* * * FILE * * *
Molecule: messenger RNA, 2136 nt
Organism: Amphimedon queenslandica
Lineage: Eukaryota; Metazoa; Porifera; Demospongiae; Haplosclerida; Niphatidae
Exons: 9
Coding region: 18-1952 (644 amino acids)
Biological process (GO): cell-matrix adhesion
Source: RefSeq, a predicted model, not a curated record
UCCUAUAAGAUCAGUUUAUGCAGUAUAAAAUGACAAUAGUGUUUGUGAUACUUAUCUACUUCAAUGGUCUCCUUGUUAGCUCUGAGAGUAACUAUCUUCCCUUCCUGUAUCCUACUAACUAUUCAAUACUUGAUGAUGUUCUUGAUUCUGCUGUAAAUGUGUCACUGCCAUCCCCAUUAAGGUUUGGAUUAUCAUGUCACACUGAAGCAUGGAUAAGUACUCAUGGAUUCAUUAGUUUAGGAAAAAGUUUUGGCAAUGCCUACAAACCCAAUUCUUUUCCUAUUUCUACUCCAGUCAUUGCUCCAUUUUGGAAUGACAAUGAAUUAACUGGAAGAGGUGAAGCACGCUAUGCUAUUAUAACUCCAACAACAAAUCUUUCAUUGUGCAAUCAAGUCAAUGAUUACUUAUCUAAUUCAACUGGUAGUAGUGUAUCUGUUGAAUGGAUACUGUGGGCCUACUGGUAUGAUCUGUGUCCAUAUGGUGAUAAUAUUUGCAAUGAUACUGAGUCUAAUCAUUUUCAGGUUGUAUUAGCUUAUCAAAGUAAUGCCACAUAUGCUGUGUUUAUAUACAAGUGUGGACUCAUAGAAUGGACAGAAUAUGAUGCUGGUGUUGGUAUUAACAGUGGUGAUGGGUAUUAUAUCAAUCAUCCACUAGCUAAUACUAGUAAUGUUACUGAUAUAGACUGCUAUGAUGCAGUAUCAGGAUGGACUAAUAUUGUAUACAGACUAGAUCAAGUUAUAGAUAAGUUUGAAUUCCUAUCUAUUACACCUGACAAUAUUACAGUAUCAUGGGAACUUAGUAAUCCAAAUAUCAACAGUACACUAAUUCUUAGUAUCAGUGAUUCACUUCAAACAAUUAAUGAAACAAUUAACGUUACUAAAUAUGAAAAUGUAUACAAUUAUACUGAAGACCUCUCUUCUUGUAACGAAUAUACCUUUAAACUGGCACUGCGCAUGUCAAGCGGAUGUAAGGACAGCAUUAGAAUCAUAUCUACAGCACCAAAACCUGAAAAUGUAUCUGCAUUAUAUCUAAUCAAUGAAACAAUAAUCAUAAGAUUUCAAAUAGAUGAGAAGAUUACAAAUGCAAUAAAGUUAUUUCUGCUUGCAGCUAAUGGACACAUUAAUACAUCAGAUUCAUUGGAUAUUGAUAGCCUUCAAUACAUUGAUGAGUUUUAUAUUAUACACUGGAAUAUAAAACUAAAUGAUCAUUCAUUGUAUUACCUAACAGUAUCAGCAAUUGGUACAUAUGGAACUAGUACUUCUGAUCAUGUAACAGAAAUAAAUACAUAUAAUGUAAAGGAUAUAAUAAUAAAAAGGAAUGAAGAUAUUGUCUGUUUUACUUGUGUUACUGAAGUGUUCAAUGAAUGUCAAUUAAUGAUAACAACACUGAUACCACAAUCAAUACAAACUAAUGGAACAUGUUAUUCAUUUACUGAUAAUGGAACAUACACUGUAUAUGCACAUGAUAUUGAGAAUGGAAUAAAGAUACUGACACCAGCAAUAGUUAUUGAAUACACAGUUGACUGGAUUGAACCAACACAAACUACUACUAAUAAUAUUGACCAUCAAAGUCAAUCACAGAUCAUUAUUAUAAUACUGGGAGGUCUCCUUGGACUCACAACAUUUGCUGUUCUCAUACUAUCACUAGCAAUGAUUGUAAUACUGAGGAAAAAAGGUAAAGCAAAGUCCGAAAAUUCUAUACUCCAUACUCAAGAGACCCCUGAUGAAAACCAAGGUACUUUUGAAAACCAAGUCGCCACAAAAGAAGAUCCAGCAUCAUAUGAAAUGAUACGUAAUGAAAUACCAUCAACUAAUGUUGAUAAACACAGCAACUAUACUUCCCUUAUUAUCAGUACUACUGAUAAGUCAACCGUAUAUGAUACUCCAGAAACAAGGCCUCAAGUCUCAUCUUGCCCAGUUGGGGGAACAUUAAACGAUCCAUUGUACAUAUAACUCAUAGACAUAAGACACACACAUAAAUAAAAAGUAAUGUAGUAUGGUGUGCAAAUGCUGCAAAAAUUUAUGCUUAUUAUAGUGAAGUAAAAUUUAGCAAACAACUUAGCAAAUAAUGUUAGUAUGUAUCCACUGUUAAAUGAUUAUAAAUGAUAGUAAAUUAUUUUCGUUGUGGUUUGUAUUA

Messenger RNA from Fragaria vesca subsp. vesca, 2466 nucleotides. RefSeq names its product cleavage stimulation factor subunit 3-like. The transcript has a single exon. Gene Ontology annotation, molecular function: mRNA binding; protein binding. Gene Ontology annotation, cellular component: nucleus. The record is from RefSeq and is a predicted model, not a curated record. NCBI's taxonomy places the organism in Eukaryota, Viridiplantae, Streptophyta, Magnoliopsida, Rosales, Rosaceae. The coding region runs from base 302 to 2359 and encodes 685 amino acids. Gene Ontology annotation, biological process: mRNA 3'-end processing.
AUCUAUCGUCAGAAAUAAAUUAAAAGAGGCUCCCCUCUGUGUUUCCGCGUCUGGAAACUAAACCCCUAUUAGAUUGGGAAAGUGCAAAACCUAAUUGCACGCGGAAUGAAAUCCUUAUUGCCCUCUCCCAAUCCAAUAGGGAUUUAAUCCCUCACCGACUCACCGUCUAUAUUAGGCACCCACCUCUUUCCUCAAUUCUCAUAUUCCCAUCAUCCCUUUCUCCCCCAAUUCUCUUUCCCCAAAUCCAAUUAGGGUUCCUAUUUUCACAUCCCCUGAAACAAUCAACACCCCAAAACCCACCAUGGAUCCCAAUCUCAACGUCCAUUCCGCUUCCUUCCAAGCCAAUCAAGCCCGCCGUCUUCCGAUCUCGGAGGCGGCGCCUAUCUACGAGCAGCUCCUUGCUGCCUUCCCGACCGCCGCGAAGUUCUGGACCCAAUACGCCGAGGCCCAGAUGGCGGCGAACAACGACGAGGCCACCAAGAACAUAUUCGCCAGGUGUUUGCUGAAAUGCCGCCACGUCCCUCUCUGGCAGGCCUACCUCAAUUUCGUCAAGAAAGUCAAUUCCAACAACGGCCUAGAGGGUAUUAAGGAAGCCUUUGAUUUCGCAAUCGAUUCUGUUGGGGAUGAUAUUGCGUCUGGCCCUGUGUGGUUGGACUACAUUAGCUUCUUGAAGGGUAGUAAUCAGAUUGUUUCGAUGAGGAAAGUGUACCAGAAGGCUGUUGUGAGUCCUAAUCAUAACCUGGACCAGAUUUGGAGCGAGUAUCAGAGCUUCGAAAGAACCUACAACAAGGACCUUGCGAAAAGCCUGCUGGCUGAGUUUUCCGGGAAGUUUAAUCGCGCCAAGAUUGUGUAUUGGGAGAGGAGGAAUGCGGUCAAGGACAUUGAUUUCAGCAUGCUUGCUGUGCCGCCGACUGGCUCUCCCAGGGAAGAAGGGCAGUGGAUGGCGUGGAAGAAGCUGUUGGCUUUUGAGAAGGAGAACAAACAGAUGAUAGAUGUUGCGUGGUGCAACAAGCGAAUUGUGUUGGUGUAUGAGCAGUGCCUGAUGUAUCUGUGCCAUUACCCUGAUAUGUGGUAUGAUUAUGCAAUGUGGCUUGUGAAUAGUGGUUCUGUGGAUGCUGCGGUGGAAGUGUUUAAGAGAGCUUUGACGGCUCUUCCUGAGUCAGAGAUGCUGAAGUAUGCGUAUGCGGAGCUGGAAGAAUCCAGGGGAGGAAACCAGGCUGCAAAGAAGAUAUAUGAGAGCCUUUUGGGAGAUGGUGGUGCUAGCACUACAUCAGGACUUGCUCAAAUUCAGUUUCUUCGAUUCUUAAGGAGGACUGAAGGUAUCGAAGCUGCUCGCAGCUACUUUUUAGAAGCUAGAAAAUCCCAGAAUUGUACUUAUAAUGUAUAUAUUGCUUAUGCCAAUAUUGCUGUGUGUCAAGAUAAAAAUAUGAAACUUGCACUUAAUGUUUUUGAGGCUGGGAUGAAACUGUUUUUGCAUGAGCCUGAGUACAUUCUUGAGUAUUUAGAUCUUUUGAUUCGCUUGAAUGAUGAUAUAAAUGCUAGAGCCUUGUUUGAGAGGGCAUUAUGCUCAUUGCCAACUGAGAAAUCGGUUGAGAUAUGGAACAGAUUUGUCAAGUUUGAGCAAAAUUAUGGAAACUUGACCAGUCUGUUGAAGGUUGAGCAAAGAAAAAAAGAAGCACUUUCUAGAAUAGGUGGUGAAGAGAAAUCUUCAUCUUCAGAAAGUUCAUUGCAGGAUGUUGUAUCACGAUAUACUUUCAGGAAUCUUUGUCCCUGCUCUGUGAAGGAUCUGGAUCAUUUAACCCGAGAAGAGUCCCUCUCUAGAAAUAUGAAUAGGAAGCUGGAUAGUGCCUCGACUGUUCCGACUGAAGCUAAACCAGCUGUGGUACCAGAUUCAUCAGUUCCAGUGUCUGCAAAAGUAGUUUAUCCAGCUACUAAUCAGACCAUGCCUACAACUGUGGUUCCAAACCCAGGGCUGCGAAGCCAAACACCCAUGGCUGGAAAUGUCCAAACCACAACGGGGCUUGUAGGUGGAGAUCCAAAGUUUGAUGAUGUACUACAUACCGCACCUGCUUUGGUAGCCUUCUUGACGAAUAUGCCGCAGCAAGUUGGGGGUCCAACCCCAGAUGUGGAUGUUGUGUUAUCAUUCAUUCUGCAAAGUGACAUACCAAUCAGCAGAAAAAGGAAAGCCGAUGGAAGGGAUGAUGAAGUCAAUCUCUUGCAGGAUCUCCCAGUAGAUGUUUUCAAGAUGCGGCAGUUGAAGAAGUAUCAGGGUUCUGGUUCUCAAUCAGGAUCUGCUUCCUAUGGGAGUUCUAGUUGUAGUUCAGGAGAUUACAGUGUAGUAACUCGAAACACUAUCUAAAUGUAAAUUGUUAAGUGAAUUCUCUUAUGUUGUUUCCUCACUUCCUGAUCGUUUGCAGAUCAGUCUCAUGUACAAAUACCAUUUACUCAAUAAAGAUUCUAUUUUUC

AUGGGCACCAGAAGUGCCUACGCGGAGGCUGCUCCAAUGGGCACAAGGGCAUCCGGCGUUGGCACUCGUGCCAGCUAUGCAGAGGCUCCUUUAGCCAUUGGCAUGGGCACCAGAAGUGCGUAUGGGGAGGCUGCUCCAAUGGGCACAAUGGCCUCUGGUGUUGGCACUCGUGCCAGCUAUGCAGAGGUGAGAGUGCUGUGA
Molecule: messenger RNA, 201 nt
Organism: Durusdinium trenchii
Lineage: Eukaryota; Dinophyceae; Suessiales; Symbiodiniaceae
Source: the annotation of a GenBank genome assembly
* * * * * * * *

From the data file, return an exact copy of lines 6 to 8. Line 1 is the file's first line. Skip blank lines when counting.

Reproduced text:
Biological process (GO): cell-matrix adhesion
Source: RefSeq, a predicted model, not a curated record
UCCUAUAAGAUCAGUUUAUGCAGUAUAAAAUGACAAUAGUGUUUGUGAUACUUAUCUACUUCAAUGGUCUCCUUGUUAGCUCUGAGAGUAACUAUCUUCCCUUCCUGUAUCCUACUAACUAUUCAAUACUUGAUGAUGUUCUUGAUUCUGCUGUAAAUGUGUCACUGCCAUCCCCAUUAAGGUUUGGAUUAUCAUGUCACACUGAAGCAUGGAUAAGUACUCAUGGAUUCAUUAGUUUAGGAAAAAGUUUUGGCAAUGCCUACAAACCCAAUUCUUUUCCUAUUUCUACUCCAGUCAUUGCUCCAUUUUGGAAUGACAAUGAAUUAACUGGAAGAGGUGAAGCACGCUAUGCUAUUAUAACUCCAACAACAAAUCUUUCAUUGUGCAAUCAAGUCAAUGAUUACUUAUCUAAUUCAACUGGUAGUAGUGUAUCUGUUGAAUGGAUACUGUGGGCCUACUGGUAUGAUCUGUGUCCAUAUGGUGAUAAUAUUUGCAAUGAUACUGAGUCUAAUCAUUUUCAGGUUGUAUUAGCUUAUCAAAGUAAUGCCACAUAUGCUGUGUUUAUAUACAAGUGUGGACUCAUAGAAUGGACAGAAUAUGAUGCUGGUGUUGGUAUUAACAGUGGUGAUGGGUAUUAUAUCAAUCAUCCACUAGCUAAUACUAGUAAUGUUACUGAUAUAGACUGCUAUGAUGCAGUAUCAGGAUGGACUAAUAUUGUAUACAGACUAGAUCAAGUUAUAGAUAAGUUUGAAUUCCUAUCUAUUACACCUGACAAUAUUACAGUAUCAUGGGAACUUAGUAAUCCAAAUAUCAACAGUACACUAAUUCUUAGUAUCAGUGAUUCACUUCAAACAAUUAAUGAAACAAUUAACGUUACUAAAUAUGAAAAUGUAUACAAUUAUACUGAAGACCUCUCUUCUUGUAACGAAUAUACCUUUAAACUGGCACUGCGCAUGUCAAGCGGAUGUAAGGACAGCAUUAGAAUCAUAUCUACAGCACCAAAACCUGAAAAUGUAUCUGCAUUAUAUCUAAUCAAUGAAACAAUAAUCAUAAGAUUUCAAAUAGAUGAGAAGAUUACAAAUGCAAUAAAGUUAUUUCUGCUUGCAGCUAAUGGACACAUUAAUACAUCAGAUUCAUUGGAUAUUGAUAGCCUUCAAUACAUUGAUGAGUUUUAUAUUAUACACUGGAAUAUAAAACUAAAUGAUCAUUCAUUGUAUUACCUAACAGUAUCAGCAAUUGGUACAUAUGGAACUAGUACUUCUGAUCAUGUAACAGAAAUAAAUACAUAUAAUGUAAAGGAUAUAAUAAUAAAAAGGAAUGAAGAUAUUGUCUGUUUUACUUGUGUUACUGAAGUGUUCAAUGAAUGUCAAUUAAUGAUAACAACACUGAUACCACAAUCAAUACAAACUAAUGGAACAUGUUAUUCAUUUACUGAUAAUGGAACAUACACUGUAUAUGCACAUGAUAUUGAGAAUGGAAUAAAGAUACUGACACCAGCAAUAGUUAUUGAAUACACAGUUGACUGGAUUGAACCAACACAAACUACUACUAAUAAUAUUGACCAUCAAAGUCAAUCACAGAUCAUUAUUAUAAUACUGGGAGGUCUCCUUGGACUCACAACAUUUGCUGUUCUCAUACUAUCACUAGCAAUGAUUGUAAUACUGAGGAAAAAAGGUAAAGCAAAGUCCGAAAAUUCUAUACUCCAUACUCAAGAGACCCCUGAUGAAAACCAAGGUACUUUUGAAAACCAAGUCGCCACAAAAGAAGAUCCAGCAUCAUAUGAAAUGAUACGUAAUGAAAUACCAUCAACUAAUGUUGAUAAACACAGCAACUAUACUUCCCUUAUUAUCAGUACUACUGAUAAGUCAACCGUAUAUGAUACUCCAGAAACAAGGCCUCAAGUCUCAUCUUGCCCAGUUGGGGGAACAUUAAACGAUCCAUUGUACAUAUAACUCAUAGACAUAAGACACACACAUAAAUAAAAAGUAAUGUAGUAUGGUGUGCAAAUGCUGCAAAAAUUUAUGCUUAUUAUAGUGAAGUAAAAUUUAGCAAACAACUUAGCAAAUAAUGUUAGUAUGUAUCCACUGUUAAAUGAUUAUAAAUGAUAGUAAAUUAUUUUCGUUGUGGUUUGUAUUA